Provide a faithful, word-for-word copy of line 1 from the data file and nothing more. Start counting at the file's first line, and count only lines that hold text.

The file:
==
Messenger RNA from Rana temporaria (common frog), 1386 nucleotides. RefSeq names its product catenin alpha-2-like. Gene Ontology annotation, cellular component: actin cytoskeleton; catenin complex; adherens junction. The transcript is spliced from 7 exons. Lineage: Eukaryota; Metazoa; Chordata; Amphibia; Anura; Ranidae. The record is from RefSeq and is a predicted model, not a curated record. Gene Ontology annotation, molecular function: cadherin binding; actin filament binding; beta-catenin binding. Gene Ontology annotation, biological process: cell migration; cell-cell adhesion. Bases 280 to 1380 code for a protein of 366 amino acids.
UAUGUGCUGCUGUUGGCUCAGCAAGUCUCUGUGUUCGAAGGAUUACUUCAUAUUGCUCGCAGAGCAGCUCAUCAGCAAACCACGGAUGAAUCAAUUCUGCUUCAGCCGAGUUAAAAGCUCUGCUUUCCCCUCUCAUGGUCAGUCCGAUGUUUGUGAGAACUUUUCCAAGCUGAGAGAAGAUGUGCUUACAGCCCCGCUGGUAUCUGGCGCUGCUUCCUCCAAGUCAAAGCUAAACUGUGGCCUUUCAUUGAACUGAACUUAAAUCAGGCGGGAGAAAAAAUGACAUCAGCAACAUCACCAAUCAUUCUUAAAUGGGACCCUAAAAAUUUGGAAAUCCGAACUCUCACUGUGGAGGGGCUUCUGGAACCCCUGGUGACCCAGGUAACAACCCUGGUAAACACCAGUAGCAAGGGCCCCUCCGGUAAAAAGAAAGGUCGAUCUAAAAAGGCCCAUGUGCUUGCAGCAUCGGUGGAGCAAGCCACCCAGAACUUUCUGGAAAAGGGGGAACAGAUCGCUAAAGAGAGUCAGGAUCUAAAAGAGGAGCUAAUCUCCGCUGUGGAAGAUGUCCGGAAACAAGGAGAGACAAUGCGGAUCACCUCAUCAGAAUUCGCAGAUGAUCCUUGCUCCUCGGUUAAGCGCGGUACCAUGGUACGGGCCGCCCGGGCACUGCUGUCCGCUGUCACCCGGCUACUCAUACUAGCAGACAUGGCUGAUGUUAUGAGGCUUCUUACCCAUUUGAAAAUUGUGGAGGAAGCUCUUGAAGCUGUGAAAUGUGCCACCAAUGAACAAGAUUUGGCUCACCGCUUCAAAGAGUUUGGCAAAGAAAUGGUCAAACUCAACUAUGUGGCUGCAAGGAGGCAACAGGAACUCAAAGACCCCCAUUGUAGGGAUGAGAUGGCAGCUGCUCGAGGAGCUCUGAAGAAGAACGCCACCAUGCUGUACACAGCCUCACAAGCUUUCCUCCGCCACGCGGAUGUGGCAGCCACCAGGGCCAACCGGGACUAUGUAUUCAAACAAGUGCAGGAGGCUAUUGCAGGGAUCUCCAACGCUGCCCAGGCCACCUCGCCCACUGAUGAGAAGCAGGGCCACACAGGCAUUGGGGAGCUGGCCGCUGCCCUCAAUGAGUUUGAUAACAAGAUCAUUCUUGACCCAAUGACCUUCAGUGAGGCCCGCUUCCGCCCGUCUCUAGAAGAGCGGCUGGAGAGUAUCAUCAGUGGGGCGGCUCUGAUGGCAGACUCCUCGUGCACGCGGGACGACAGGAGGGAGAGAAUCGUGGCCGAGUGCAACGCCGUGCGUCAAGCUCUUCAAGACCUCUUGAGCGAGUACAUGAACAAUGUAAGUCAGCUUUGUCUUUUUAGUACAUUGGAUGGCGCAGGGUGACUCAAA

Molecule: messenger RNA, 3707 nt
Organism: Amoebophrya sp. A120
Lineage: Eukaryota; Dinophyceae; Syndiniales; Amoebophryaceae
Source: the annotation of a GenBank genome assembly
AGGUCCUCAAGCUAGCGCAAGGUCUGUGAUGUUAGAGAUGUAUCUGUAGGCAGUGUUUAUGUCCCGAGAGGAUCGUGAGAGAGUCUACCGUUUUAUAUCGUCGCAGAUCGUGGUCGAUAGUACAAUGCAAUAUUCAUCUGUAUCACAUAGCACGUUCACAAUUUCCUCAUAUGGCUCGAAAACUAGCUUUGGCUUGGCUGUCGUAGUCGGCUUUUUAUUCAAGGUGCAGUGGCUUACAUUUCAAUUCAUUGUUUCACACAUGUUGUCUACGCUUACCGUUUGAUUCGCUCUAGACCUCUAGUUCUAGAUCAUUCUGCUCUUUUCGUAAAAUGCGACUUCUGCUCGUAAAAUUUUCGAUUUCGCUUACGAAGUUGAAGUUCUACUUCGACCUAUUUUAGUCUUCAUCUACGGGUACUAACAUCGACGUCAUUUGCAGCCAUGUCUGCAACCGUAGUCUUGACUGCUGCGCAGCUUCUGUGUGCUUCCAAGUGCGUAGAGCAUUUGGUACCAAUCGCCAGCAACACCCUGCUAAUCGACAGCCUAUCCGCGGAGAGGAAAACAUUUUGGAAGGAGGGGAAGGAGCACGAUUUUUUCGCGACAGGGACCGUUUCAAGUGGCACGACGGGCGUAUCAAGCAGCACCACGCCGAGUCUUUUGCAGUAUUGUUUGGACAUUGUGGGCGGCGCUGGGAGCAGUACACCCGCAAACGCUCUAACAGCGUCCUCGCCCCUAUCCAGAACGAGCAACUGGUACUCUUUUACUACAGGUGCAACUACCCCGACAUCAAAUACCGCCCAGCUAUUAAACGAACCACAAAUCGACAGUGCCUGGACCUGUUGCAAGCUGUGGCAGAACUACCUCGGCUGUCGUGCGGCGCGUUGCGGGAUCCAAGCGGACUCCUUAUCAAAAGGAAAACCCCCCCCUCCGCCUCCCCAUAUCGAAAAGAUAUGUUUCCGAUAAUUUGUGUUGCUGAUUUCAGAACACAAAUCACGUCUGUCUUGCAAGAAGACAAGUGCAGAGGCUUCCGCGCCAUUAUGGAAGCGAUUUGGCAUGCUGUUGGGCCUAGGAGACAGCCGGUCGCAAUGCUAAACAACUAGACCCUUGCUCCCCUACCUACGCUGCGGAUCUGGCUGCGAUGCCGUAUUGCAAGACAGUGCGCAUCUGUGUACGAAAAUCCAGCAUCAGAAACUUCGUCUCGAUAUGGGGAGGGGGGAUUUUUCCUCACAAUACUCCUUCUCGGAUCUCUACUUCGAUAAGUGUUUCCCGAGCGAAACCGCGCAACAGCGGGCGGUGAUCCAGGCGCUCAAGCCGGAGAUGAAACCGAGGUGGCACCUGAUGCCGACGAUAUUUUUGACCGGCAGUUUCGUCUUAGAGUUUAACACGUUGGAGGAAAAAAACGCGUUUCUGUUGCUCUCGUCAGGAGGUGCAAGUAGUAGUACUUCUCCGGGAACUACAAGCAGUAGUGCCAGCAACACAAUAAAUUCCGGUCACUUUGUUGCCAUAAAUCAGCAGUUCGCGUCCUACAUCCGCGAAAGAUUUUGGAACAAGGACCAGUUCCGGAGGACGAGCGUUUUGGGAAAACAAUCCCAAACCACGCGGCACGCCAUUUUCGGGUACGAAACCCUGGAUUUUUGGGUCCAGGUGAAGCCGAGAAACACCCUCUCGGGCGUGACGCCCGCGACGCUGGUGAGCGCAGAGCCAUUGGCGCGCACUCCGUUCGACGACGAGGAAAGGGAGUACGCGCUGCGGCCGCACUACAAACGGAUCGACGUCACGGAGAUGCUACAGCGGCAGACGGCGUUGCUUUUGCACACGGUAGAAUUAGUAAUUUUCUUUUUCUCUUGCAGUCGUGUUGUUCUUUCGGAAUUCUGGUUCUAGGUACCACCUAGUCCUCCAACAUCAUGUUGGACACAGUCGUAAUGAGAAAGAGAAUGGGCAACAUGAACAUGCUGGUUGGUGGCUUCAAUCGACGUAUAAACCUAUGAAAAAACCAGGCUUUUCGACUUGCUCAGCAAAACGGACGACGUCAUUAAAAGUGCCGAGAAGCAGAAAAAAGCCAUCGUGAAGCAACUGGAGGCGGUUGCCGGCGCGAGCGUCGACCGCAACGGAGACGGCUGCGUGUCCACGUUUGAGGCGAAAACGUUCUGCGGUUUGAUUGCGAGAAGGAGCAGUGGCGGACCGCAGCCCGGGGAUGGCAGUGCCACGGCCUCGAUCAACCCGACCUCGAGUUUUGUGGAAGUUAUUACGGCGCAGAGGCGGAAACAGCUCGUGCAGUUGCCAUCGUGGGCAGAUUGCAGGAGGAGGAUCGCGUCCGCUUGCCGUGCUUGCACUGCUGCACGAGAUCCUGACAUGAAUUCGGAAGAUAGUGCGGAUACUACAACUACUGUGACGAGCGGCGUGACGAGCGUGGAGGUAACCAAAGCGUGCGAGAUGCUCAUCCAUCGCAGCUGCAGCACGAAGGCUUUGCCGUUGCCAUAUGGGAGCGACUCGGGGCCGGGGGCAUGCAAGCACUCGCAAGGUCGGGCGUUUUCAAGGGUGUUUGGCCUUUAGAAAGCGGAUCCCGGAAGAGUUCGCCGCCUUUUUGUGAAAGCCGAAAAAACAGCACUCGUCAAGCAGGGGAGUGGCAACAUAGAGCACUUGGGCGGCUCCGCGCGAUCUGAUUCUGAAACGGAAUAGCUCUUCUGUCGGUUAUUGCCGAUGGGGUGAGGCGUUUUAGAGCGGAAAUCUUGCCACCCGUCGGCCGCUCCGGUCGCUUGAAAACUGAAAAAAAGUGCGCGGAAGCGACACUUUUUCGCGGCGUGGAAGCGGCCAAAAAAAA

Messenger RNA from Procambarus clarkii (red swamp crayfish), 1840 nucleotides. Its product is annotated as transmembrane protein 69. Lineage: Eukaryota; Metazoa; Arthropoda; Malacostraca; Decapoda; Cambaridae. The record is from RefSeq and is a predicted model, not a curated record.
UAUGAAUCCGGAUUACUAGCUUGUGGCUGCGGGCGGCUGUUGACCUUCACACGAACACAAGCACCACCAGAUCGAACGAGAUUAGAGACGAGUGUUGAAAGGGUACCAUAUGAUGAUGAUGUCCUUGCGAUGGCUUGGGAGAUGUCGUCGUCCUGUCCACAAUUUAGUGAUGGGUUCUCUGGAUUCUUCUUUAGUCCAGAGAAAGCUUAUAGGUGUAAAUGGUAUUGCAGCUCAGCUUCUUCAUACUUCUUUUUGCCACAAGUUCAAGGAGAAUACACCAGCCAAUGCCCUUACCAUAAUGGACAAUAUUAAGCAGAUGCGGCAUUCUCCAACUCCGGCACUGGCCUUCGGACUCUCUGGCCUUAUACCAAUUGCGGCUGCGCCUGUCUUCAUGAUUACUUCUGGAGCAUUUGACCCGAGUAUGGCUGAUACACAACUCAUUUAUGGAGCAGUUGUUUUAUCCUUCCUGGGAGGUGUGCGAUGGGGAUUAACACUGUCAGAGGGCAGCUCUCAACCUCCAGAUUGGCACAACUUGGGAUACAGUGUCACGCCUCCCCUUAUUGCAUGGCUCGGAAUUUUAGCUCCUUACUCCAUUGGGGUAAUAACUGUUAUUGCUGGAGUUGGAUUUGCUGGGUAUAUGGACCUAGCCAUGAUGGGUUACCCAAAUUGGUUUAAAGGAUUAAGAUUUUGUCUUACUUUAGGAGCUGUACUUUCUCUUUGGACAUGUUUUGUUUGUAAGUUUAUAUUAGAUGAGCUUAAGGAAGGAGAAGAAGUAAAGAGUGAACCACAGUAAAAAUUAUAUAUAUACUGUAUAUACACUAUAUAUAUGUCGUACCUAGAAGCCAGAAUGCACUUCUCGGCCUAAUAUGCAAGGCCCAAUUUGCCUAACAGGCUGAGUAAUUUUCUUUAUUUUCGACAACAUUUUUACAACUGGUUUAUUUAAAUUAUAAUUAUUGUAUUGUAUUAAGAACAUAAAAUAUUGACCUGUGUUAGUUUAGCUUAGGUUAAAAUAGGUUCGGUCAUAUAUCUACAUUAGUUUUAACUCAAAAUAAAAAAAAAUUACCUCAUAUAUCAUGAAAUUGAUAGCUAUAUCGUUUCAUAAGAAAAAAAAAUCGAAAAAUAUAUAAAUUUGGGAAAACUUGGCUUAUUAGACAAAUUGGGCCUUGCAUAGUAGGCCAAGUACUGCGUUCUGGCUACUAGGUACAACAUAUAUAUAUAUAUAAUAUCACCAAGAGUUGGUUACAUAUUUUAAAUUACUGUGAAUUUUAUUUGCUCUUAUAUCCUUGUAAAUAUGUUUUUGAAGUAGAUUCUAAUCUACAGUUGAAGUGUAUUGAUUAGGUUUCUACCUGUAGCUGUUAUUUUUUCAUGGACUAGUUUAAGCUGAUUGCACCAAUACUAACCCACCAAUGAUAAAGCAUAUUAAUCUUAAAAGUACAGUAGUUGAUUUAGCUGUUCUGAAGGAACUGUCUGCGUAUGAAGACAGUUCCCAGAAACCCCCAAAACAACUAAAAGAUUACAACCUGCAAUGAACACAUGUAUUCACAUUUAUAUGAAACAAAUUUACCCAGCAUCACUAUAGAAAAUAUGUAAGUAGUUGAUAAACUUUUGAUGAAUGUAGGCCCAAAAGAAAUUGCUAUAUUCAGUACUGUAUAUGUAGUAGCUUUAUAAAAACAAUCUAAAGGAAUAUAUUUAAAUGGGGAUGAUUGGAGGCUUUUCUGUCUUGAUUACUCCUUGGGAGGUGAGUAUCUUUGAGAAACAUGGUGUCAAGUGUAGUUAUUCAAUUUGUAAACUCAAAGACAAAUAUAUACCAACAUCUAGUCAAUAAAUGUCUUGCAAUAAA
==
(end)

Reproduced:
Messenger RNA from Rana temporaria (common frog), 1386 nucleotides. RefSeq names its product catenin alpha-2-like. Gene Ontology annotation, cellular component: actin cytoskeleton; catenin complex; adherens junction. The transcript is spliced from 7 exons. Lineage: Eukaryota; Metazoa; Chordata; Amphibia; Anura; Ranidae. The record is from RefSeq and is a predicted model, not a curated record. Gene Ontology annotation, molecular function: cadherin binding; actin filament binding; beta-catenin binding. Gene Ontology annotation, biological process: cell migration; cell-cell adhesion. Bases 280 to 1380 code for a protein of 366 amino acids.